Returning before daylight the next morning, we listened for bugles at the access point we had marked on exit the prior evening. There were several including a big one, but the fickle wind was unfavorable for entering the drainage, so we waited… and waited. When the wind finally changed in our favor we realized the big bugle was now moving away, so we hurried. The creek bottom was socked in with fog, and just as we reached it we heard a big bugle approaching from behind. We sat motionless as a big mature bull with a funky right antler moved off the slope, passing by us inside 50 yards, heading toward the same bugle we were following. The sight of that bull silhouetted against the fog and then disappearing into it was spectacular… and somewhat eerie! Moving on we soon realized the distance between the two bugles was closing quickly. As we approached the base of the ridge at the far side of the drainage, the sound of clashing antlers on top was unmistakable. This shot of adrenalin fueled our climb up the steep slope.
Near the top a cow less than 10 yards away peered over the edge, spotting us. The next few seconds have played over and over again in my mind, each time in slow motion. The cow blew an alarm and instantly elk were running in every direction. Bob and I bolted the last few yards to the top and quickly spotted the two big bulls. They had separated, but appeared to be going nowhere, as we had obviously interrupted their battle before they were finished. While elk continued to dart around Bob moved up to steady my rifle on a tree, and I hissed at him to not shoot the closer, funky antlered bull on the right. He quickly realigned on the other bull, standing broadside and slightly below us, only 50 yards away. The muzzle blast cleared all the remaining elk off the ridge… all but one. The big old herd bull – a beautiful 350-inch 6×6 – had dropped in his tracks. At 6:26 AM, this was a short but exciting morning. And once again, I booked my trusty Knight muzzleloader lived up to its’ nickname.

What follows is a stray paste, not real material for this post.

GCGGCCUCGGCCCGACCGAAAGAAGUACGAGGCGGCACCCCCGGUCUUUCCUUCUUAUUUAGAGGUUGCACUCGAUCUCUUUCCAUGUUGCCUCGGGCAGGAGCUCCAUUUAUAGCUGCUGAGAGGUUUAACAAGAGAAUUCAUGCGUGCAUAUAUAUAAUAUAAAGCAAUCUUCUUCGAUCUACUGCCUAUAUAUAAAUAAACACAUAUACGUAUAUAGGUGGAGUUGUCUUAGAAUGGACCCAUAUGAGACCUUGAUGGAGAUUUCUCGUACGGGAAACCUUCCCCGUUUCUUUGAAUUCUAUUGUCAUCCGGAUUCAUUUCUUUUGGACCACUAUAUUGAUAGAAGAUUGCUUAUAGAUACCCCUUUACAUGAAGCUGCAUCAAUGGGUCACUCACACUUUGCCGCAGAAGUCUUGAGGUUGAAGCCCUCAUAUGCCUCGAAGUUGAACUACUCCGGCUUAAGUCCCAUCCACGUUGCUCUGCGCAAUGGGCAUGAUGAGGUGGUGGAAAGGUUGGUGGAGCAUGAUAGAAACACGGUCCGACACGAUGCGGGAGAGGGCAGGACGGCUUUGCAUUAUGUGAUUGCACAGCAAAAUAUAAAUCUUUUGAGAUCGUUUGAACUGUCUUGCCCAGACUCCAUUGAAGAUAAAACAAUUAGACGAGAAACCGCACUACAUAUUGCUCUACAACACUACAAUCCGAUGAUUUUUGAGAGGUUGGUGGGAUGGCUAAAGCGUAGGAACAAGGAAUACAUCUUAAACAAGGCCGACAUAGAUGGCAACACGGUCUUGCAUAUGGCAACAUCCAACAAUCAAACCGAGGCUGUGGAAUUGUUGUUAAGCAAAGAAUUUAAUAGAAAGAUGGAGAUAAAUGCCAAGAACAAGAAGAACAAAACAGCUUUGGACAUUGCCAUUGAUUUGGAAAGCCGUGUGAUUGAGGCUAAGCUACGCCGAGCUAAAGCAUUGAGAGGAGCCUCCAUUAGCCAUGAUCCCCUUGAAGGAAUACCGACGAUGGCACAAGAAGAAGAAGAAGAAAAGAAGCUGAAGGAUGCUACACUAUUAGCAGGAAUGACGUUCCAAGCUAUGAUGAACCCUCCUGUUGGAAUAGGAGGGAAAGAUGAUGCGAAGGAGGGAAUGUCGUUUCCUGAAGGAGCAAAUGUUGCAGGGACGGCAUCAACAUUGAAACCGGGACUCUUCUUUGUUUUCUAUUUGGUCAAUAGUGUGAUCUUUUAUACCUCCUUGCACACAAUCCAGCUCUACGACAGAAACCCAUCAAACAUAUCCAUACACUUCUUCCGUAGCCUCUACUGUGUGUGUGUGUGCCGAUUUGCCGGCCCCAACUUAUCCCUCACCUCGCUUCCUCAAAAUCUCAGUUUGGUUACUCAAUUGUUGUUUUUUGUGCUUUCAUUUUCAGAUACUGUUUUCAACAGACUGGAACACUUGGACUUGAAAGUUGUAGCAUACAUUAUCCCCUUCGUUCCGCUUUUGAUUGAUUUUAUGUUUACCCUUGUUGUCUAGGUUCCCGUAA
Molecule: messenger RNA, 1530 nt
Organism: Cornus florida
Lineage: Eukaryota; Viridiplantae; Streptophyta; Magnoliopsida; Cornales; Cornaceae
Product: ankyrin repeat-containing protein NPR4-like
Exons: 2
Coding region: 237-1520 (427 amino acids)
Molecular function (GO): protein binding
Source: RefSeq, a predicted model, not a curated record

MUZZLELOADER ELK HUNTING, SIDEBAR
Calling Rocky Mountain Elk…or NOT
Muzzleloader Elk hunting is the dream of calling in a rut-crazed bugling bull, but sometimes a stealthy approach will yield better results. In some areas, elk have become call shy – particularly on heavily hunted public land, and where access is comparatively easy. Several western states hold general archery and even antlerless rifle hunts just prior to their trophy “rut” hunts. And, let’s not overlook the growing crowd of amateur videographers – both hunters and non-hunters – we now find in the woods, calling and recording. Unless you’re a world champion elk caller, or a genuine wapiti, it’s probably best to leave your bugle call in camp under these circumstances. Oh, you may succeed in calling a satellite bull to you, and it will be exciting, but if your sights are set on a mature herd bull, you might have more “luck” by keeping quiet while you spot-and-stalk, or listen-and-stalk the bugles.
• If bulls are quiet, I call non-aggressively and sparingly with a “locator” bugle
• If bulls are screaming, I do not bugle
• I typically carry 3 different cow calls, and use them primarily to “cover” the noisy mistakes I make while moving in the woods, and to stop a bull that’s moving both before and after the shot
• On outfitted hunts, follow the advice of your guide/outfitter – they will know what works best with the elk in the areas they hunt
Remember: Monster bulls must survive a number of seasons to reach vaunted trophy status, and they typically spend a large portion of this time in the same general area. Thus, they often recognize the calls made by their rivals, so your offerings may stand out like a flat note in a perfect harmony. Despite impaired judgment due to elevated hormone levels, the biggest, baddest bulls in the woods are difficult to fool.
Published in Universal Hunter Magazine, Vol. 3 Issue 5, September/October 2014. All rights reserved.
Muzzleloader Elk Hunting Story Written by Outdoor Writer: Tony Martins